How can I access an internal load balancer using VPC peering?

Last updated: 2022-07-25

I want to connect to a load balancer in VPC A from my instance in VPC B. How can I access an internal load balancer using VPC peering?

Short description

To access an internal load balancer in VPC A from VPC B:

  1. Establish connectivity between VPC A and VPC B using VPC peering.
  2. Establish the necessary routes, security group rules, and network access control list (ACL) rules to allow traffic between the VPCs.

Resolution

Using VPC peering, you can access internal load balancers (including Classic Load Balancers, Application Load Balancers, and Network Load Balancers) from another VPC.

  1. Establish connectivity between your VPCs using VPC peering.
    Note: VPC peering is available for intra-Region and inter-Region connectivity for local or cross-account VPCs.
  2. Verify that a route for the load balancer's subnets CIDR (or VPC CIDR) exists in the route table of the client subnet. The route must be directed towards the VPC peering ID of your VPCs. Similarly, verify that the route of the client subnet/VPC CIDR exists in the route table of the load balancer's subnets.
  3. Resolve the load balancer DNS name from your instance and use nslookup to verify it.
  4. If you're using a Classic Load Balancer or an Application Load Balancer: verify that the security group and network ACL allow traffic from either the complete subnet/VPC of the instance or the specific instance IP:
    In the security group of the load balancer, allow only inbound traffic on the load balancer's listener port.
    For the network ACL of the subnet, allow ingress traffic from the instance IP or subnet/VPC for the load balancer's listener port. In egress, be sure that the Ephemeral port range (1024 to 65535) allows return traffic from the load balancer nodes to the instance.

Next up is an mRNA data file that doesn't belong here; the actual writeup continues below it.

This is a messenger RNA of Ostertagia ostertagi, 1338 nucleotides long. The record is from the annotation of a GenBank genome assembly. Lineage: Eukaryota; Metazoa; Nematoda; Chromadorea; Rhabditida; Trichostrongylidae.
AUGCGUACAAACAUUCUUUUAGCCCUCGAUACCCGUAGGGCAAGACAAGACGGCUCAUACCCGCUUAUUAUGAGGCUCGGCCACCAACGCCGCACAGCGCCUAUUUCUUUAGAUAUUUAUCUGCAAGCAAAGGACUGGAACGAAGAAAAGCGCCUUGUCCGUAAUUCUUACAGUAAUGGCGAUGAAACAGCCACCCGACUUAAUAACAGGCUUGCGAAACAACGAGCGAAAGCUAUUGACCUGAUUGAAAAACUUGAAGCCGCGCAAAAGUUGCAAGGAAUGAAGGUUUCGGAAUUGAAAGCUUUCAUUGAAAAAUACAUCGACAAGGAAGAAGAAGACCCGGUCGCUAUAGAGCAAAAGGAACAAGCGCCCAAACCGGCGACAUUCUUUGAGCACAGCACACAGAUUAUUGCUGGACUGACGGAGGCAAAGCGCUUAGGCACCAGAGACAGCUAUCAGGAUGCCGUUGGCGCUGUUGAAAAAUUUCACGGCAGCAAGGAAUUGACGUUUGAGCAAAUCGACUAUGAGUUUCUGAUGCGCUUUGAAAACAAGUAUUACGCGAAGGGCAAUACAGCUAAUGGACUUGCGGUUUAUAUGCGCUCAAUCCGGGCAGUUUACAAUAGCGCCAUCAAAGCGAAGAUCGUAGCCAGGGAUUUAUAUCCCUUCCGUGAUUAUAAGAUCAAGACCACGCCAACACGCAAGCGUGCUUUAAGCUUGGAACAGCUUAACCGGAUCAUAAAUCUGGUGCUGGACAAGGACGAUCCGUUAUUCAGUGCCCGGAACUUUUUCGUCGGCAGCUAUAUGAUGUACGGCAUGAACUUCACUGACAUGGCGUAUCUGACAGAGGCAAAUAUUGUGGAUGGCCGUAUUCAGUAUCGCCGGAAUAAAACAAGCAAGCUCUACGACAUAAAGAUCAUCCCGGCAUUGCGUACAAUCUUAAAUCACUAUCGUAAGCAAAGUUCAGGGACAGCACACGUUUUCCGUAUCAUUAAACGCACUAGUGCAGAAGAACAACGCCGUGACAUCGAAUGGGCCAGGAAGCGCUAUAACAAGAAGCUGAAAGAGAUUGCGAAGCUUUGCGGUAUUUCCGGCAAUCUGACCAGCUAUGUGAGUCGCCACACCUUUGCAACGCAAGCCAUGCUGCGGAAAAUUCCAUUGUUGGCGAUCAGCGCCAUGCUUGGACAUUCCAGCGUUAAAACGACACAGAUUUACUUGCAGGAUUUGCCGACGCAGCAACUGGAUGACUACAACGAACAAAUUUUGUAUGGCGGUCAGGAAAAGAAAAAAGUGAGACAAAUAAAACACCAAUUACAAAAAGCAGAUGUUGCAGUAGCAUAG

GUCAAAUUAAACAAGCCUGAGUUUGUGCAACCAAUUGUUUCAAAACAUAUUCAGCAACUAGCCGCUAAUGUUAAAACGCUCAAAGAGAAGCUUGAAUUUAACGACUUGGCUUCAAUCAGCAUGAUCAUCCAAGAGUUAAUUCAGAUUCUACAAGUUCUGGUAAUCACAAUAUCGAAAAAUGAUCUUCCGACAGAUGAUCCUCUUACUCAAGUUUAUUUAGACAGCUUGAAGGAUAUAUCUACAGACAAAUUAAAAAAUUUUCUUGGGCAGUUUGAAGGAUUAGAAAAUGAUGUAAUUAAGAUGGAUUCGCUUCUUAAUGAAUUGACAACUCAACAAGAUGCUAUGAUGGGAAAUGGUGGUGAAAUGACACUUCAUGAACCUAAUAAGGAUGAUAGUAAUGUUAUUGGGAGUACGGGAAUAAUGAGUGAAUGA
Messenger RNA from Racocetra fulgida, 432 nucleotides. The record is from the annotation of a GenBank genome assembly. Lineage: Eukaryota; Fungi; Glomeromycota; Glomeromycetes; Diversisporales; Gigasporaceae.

-or-
    If you're using a Network Load Balancer, ensure that the traffic is allowed in the security group of the target instances
    Note: Modify your security groups or network ACLs, as needed. If you haven't modified the network ACLs, there's a default rule to allow all (0.0.0.0/0) traffic. In this case, you don't need to modify the network ACLs. However, it's an AWS security best practice to allow traffic to and from specific CIDR ranges.
  5. Check that the security group of the instance permits outbound traffic to the load balancer associated with the subnets or default (0.0.0.0/0).
    For the network ACL of the subnet, verify that there’s a rule in Egress to allow traffic for the load balancer's subnets on the load balancer's listener port. In Ingress, verify that there’s a rule to allow traffic to the instance IP/subnet on Ephemeral ports for response traffic .
    Note: If you haven't modified these default settings, you don't need to make any changes to the default outbound rule (0.0.0.0/0) for the security group or the default ALLOW ALL rule for the network ACL of the subnet with the instance. However, it's an AWS security best practice to allow traffic to and from specific CIDR ranges.

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